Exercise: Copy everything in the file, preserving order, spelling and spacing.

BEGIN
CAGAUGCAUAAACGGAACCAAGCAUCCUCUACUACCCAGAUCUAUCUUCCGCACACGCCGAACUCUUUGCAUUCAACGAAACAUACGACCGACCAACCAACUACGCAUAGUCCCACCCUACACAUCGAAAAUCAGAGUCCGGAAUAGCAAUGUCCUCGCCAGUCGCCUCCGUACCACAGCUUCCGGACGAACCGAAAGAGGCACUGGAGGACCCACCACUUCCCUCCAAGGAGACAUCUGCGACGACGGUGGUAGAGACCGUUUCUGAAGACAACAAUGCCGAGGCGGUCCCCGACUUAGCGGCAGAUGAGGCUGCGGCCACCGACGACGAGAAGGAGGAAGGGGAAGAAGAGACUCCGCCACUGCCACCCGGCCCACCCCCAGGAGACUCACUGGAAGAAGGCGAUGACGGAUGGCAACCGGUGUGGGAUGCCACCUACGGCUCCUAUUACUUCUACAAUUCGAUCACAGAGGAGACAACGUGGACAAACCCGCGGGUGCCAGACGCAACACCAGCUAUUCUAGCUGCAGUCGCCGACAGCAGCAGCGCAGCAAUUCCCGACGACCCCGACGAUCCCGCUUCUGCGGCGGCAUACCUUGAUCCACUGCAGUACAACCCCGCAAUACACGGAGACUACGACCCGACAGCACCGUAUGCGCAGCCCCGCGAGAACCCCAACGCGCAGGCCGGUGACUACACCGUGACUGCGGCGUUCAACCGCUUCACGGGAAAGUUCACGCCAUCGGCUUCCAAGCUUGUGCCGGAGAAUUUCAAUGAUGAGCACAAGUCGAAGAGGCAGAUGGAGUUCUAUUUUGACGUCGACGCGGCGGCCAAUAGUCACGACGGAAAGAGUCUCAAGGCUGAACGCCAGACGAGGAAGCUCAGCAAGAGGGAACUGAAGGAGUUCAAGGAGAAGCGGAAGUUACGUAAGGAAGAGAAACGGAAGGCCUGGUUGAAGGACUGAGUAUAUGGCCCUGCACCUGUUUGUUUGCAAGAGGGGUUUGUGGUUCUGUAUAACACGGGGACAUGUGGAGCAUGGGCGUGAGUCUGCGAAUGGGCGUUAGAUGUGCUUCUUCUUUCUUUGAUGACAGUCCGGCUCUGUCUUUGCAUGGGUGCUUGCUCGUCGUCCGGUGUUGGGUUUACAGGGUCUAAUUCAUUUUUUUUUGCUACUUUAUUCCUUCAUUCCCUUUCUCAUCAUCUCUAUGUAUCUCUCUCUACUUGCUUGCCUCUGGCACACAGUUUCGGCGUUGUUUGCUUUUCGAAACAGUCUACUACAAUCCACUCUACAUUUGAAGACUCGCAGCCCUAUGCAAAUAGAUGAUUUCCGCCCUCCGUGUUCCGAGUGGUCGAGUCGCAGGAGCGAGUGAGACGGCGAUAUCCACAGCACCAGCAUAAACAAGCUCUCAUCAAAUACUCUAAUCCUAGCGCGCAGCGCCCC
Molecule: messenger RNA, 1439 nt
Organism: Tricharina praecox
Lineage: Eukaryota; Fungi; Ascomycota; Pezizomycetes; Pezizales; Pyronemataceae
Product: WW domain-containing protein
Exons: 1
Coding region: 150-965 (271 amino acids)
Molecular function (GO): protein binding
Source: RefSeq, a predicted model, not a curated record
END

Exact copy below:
CAGAUGCAUAAACGGAACCAAGCAUCCUCUACUACCCAGAUCUAUCUUCCGCACACGCCGAACUCUUUGCAUUCAACGAAACAUACGACCGACCAACCAACUACGCAUAGUCCCACCCUACACAUCGAAAAUCAGAGUCCGGAAUAGCAAUGUCCUCGCCAGUCGCCUCCGUACCACAGCUUCCGGACGAACCGAAAGAGGCACUGGAGGACCCACCACUUCCCUCCAAGGAGACAUCUGCGACGACGGUGGUAGAGACCGUUUCUGAAGACAACAAUGCCGAGGCGGUCCCCGACUUAGCGGCAGAUGAGGCUGCGGCCACCGACGACGAGAAGGAGGAAGGGGAAGAAGAGACUCCGCCACUGCCACCCGGCCCACCCCCAGGAGACUCACUGGAAGAAGGCGAUGACGGAUGGCAACCGGUGUGGGAUGCCACCUACGGCUCCUAUUACUUCUACAAUUCGAUCACAGAGGAGACAACGUGGACAAACCCGCGGGUGCCAGACGCAACACCAGCUAUUCUAGCUGCAGUCGCCGACAGCAGCAGCGCAGCAAUUCCCGACGACCCCGACGAUCCCGCUUCUGCGGCGGCAUACCUUGAUCCACUGCAGUACAACCCCGCAAUACACGGAGACUACGACCCGACAGCACCGUAUGCGCAGCCCCGCGAGAACCCCAACGCGCAGGCCGGUGACUACACCGUGACUGCGGCGUUCAACCGCUUCACGGGAAAGUUCACGCCAUCGGCUUCCAAGCUUGUGCCGGAGAAUUUCAAUGAUGAGCACAAGUCGAAGAGGCAGAUGGAGUUCUAUUUUGACGUCGACGCGGCGGCCAAUAGUCACGACGGAAAGAGUCUCAAGGCUGAACGCCAGACGAGGAAGCUCAGCAAGAGGGAACUGAAGGAGUUCAAGGAGAAGCGGAAGUUACGUAAGGAAGAGAAACGGAAGGCCUGGUUGAAGGACUGAGUAUAUGGCCCUGCACCUGUUUGUUUGCAAGAGGGGUUUGUGGUUCUGUAUAACACGGGGACAUGUGGAGCAUGGGCGUGAGUCUGCGAAUGGGCGUUAGAUGUGCUUCUUCUUUCUUUGAUGACAGUCCGGCUCUGUCUUUGCAUGGGUGCUUGCUCGUCGUCCGGUGUUGGGUUUACAGGGUCUAAUUCAUUUUUUUUUGCUACUUUAUUCCUUCAUUCCCUUUCUCAUCAUCUCUAUGUAUCUCUCUCUACUUGCUUGCCUCUGGCACACAGUUUCGGCGUUGUUUGCUUUUCGAAACAGUCUACUACAAUCCACUCUACAUUUGAAGACUCGCAGCCCUAUGCAAAUAGAUGAUUUCCGCCCUCCGUGUUCCGAGUGGUCGAGUCGCAGGAGCGAGUGAGACGGCGAUAUCCACAGCACCAGCAUAAACAAGCUCUCAUCAAAUACUCUAAUCCUAGCGCGCAGCGCCCC
Molecule: messenger RNA, 1439 nt
Organism: Tricharina praecox
Lineage: Eukaryota; Fungi; Ascomycota; Pezizomycetes; Pezizales; Pyronemataceae
Product: WW domain-containing protein
Exons: 1
Coding region: 150-965 (271 amino acids)
Molecular function (GO): protein binding
Source: RefSeq, a predicted model, not a curated record